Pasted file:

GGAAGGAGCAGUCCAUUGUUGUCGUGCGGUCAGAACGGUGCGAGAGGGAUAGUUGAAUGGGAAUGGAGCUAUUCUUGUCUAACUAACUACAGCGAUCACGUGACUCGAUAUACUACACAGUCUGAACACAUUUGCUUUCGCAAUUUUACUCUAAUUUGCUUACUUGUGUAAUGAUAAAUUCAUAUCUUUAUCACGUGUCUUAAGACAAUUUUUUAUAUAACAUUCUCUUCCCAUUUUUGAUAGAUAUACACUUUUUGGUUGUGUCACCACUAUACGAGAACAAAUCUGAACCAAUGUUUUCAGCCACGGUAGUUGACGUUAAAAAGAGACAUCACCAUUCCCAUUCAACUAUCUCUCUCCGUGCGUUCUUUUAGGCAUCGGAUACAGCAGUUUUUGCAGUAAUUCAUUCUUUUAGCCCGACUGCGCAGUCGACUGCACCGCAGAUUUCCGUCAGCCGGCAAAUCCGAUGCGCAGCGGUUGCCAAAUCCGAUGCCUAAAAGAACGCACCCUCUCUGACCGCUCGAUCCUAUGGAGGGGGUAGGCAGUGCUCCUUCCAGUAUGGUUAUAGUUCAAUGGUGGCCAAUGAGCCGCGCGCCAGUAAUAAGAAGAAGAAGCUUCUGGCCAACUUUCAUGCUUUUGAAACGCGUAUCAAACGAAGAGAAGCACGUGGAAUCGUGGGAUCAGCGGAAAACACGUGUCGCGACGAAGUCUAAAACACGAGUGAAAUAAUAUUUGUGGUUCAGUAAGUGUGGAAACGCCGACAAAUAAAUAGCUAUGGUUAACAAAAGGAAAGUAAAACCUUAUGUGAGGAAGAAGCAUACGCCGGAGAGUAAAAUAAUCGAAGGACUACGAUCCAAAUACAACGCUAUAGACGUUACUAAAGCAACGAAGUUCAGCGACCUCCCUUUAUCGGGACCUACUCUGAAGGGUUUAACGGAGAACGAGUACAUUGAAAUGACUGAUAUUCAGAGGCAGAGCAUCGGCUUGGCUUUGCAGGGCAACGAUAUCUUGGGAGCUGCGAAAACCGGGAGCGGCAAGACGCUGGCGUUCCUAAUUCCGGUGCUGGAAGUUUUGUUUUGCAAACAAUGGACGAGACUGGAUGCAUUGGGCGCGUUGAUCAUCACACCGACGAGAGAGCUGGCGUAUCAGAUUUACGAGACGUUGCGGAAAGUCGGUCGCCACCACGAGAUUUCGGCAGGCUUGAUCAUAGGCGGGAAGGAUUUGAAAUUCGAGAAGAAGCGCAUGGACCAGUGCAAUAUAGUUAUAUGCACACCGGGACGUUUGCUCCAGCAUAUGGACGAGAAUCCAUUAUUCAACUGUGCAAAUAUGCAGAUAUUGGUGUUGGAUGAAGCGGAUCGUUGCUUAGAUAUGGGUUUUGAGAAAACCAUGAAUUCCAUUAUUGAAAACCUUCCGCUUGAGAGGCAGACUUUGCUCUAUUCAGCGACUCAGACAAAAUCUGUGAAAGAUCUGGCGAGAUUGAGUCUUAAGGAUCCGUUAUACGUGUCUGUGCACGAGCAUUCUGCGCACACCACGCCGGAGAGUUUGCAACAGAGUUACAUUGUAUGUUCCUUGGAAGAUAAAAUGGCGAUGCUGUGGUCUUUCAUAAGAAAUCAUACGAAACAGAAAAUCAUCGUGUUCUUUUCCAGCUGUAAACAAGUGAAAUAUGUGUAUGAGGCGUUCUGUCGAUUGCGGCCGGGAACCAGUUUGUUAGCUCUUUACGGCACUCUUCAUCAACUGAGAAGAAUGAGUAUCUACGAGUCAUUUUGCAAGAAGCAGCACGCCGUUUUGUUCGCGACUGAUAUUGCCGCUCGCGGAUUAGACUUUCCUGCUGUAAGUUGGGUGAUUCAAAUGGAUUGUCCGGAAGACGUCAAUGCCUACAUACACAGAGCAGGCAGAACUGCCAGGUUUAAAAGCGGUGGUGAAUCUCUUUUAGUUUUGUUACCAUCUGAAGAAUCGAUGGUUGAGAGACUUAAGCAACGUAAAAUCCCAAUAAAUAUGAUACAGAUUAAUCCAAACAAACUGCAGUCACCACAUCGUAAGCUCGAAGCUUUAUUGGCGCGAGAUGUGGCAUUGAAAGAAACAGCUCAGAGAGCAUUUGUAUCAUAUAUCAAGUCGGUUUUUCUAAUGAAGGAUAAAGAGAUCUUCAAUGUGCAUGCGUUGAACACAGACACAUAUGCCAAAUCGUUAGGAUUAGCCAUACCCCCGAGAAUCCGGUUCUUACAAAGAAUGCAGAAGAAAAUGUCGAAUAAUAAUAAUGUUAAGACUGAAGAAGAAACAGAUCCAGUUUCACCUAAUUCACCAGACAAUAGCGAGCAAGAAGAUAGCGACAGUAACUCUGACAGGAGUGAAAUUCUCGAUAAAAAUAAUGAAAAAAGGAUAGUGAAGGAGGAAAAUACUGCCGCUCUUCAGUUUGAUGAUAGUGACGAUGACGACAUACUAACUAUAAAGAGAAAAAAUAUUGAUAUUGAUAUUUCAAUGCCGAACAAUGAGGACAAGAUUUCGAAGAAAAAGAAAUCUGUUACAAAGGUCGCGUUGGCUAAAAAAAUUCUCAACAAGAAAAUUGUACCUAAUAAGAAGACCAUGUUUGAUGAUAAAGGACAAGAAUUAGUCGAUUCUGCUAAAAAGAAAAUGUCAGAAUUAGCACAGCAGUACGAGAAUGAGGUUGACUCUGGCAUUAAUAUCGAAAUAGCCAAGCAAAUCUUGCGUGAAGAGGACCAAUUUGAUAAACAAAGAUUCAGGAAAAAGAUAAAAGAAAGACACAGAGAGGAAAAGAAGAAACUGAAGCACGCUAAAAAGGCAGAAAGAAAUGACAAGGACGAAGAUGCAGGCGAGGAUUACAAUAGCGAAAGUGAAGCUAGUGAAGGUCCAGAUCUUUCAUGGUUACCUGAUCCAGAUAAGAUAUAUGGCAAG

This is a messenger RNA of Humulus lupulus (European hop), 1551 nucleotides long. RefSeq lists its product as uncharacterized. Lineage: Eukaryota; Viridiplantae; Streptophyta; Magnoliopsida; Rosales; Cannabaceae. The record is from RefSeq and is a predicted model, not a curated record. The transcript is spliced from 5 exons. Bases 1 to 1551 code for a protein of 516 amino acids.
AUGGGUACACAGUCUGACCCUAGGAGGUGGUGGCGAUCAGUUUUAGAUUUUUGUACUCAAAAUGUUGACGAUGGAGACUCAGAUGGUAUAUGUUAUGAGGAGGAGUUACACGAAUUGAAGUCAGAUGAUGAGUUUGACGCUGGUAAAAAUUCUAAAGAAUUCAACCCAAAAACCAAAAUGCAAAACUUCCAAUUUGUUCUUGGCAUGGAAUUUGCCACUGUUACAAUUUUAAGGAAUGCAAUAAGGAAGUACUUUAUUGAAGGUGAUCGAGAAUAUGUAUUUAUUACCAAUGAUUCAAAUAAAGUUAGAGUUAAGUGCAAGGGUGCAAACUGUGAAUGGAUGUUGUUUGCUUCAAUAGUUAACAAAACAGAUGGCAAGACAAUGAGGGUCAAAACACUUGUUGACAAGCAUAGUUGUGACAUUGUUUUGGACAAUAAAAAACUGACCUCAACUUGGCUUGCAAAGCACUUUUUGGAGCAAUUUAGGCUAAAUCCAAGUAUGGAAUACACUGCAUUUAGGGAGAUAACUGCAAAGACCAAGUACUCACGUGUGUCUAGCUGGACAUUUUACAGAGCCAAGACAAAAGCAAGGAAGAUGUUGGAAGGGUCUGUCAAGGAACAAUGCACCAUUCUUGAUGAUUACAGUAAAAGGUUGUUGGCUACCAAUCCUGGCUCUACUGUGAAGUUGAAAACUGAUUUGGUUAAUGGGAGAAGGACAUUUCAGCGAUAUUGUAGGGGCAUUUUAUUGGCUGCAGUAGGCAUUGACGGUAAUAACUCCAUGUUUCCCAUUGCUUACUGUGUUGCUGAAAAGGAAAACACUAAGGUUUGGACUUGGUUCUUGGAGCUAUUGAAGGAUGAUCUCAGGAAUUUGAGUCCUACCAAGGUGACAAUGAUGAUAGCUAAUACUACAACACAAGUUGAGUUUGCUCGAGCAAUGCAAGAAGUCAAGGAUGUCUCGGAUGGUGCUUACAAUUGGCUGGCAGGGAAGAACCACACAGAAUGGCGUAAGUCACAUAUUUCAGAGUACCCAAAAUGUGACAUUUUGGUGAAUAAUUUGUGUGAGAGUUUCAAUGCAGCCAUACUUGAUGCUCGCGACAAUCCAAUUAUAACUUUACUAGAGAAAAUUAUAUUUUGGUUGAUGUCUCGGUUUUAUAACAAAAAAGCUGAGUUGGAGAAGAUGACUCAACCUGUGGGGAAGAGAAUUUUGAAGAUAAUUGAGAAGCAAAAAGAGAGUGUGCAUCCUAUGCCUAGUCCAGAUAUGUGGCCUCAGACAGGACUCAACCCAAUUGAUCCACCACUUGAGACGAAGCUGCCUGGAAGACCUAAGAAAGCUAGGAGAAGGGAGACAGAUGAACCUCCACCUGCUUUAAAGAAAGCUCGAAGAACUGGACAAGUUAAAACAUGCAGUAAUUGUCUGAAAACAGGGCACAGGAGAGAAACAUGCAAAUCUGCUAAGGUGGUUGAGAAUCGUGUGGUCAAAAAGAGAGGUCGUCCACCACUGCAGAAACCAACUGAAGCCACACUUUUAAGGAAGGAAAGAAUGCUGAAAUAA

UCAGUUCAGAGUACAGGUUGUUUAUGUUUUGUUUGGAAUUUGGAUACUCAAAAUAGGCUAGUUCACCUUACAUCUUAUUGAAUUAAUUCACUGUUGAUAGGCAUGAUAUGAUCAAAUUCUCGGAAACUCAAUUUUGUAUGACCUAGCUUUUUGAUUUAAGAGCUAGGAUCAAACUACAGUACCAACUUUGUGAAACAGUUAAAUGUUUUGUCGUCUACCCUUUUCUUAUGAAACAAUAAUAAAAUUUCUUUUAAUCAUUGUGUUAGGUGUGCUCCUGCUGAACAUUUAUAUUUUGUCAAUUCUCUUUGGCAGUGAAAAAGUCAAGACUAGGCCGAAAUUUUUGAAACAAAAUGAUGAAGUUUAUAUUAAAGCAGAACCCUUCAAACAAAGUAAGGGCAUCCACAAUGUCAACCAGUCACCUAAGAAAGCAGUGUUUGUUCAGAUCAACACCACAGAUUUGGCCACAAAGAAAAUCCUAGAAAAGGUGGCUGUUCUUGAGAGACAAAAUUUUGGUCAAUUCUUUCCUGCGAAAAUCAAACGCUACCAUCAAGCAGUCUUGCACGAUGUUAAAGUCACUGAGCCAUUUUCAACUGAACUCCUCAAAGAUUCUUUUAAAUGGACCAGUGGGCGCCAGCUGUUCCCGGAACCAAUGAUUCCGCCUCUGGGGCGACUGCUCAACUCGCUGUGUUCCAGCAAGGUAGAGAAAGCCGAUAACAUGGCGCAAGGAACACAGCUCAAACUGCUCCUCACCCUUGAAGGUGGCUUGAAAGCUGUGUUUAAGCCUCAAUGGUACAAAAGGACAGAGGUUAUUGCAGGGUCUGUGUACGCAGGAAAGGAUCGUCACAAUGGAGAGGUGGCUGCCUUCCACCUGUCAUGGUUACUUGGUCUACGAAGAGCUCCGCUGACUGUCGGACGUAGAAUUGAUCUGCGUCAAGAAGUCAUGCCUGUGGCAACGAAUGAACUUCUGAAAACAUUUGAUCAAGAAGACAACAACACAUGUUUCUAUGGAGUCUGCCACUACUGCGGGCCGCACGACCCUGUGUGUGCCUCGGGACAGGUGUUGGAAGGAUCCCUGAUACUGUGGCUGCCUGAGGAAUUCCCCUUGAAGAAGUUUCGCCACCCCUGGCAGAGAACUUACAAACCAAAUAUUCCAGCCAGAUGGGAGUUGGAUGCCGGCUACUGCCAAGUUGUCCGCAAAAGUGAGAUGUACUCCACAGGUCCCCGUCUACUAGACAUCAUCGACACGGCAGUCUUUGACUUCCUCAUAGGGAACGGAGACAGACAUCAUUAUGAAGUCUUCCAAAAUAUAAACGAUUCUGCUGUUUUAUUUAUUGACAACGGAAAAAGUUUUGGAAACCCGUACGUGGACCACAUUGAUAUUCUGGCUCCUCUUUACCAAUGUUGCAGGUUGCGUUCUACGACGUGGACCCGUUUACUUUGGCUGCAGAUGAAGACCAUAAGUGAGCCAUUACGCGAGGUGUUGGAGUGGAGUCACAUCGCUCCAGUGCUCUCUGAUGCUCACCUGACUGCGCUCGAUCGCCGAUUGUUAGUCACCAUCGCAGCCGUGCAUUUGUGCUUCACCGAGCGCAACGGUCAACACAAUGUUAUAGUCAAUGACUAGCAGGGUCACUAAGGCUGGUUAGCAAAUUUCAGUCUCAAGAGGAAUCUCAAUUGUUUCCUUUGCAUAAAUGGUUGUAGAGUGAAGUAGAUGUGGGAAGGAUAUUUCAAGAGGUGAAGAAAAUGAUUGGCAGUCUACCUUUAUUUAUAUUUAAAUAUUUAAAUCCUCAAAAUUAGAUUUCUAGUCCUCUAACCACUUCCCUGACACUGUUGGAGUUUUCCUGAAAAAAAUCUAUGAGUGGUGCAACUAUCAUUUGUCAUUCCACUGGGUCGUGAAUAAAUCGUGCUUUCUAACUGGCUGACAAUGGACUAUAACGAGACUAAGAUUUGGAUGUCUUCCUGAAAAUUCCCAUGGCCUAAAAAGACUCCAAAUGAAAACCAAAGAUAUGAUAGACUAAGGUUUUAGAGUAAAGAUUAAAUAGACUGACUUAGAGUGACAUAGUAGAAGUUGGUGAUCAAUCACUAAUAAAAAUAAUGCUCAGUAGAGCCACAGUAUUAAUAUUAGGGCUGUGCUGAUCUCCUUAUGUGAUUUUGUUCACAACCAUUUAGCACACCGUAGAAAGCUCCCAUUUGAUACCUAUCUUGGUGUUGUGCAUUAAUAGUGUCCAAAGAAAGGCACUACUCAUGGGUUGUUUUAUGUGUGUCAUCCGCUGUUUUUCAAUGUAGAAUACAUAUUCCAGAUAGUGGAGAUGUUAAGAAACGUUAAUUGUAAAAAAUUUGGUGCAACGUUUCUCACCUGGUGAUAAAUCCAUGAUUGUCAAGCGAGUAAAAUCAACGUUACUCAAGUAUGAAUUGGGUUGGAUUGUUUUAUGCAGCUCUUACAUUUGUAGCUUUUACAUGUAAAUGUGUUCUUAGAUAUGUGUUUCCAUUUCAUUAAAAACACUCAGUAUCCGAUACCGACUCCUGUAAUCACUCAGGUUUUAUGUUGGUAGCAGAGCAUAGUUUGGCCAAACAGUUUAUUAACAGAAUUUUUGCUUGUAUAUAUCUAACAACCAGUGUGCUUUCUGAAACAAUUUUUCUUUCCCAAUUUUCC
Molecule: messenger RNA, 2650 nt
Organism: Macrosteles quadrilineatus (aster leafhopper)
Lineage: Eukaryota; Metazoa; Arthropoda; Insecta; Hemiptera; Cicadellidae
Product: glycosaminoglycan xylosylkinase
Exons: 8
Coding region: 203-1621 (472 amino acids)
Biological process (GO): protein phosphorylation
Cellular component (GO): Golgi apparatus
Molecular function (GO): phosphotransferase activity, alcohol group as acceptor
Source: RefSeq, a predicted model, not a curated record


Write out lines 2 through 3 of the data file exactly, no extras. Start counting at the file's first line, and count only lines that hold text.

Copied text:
This is a messenger RNA of Humulus lupulus (European hop), 1551 nucleotides long. RefSeq lists its product as uncharacterized. Lineage: Eukaryota; Viridiplantae; Streptophyta; Magnoliopsida; Rosales; Cannabaceae. The record is from RefSeq and is a predicted model, not a curated record. The transcript is spliced from 5 exons. Bases 1 to 1551 code for a protein of 516 amino acids.
AUGGGUACACAGUCUGACCCUAGGAGGUGGUGGCGAUCAGUUUUAGAUUUUUGUACUCAAAAUGUUGACGAUGGAGACUCAGAUGGUAUAUGUUAUGAGGAGGAGUUACACGAAUUGAAGUCAGAUGAUGAGUUUGACGCUGGUAAAAAUUCUAAAGAAUUCAACCCAAAAACCAAAAUGCAAAACUUCCAAUUUGUUCUUGGCAUGGAAUUUGCCACUGUUACAAUUUUAAGGAAUGCAAUAAGGAAGUACUUUAUUGAAGGUGAUCGAGAAUAUGUAUUUAUUACCAAUGAUUCAAAUAAAGUUAGAGUUAAGUGCAAGGGUGCAAACUGUGAAUGGAUGUUGUUUGCUUCAAUAGUUAACAAAACAGAUGGCAAGACAAUGAGGGUCAAAACACUUGUUGACAAGCAUAGUUGUGACAUUGUUUUGGACAAUAAAAAACUGACCUCAACUUGGCUUGCAAAGCACUUUUUGGAGCAAUUUAGGCUAAAUCCAAGUAUGGAAUACACUGCAUUUAGGGAGAUAACUGCAAAGACCAAGUACUCACGUGUGUCUAGCUGGACAUUUUACAGAGCCAAGACAAAAGCAAGGAAGAUGUUGGAAGGGUCUGUCAAGGAACAAUGCACCAUUCUUGAUGAUUACAGUAAAAGGUUGUUGGCUACCAAUCCUGGCUCUACUGUGAAGUUGAAAACUGAUUUGGUUAAUGGGAGAAGGACAUUUCAGCGAUAUUGUAGGGGCAUUUUAUUGGCUGCAGUAGGCAUUGACGGUAAUAACUCCAUGUUUCCCAUUGCUUACUGUGUUGCUGAAAAGGAAAACACUAAGGUUUGGACUUGGUUCUUGGAGCUAUUGAAGGAUGAUCUCAGGAAUUUGAGUCCUACCAAGGUGACAAUGAUGAUAGCUAAUACUACAACACAAGUUGAGUUUGCUCGAGCAAUGCAAGAAGUCAAGGAUGUCUCGGAUGGUGCUUACAAUUGGCUGGCAGGGAAGAACCACACAGAAUGGCGUAAGUCACAUAUUUCAGAGUACCCAAAAUGUGACAUUUUGGUGAAUAAUUUGUGUGAGAGUUUCAAUGCAGCCAUACUUGAUGCUCGCGACAAUCCAAUUAUAACUUUACUAGAGAAAAUUAUAUUUUGGUUGAUGUCUCGGUUUUAUAACAAAAAAGCUGAGUUGGAGAAGAUGACUCAACCUGUGGGGAAGAGAAUUUUGAAGAUAAUUGAGAAGCAAAAAGAGAGUGUGCAUCCUAUGCCUAGUCCAGAUAUGUGGCCUCAGACAGGACUCAACCCAAUUGAUCCACCACUUGAGACGAAGCUGCCUGGAAGACCUAAGAAAGCUAGGAGAAGGGAGACAGAUGAACCUCCACCUGCUUUAAAGAAAGCUCGAAGAACUGGACAAGUUAAAACAUGCAGUAAUUGUCUGAAAACAGGGCACAGGAGAGAAACAUGCAAAUCUGCUAAGGUGGUUGAGAAUCGUGUGGUCAAAAAGAGAGGUCGUCCACCACUGCAGAAACCAACUGAAGCCACACUUUUAAGGAAGGAAAGAAUGCUGAAAUAA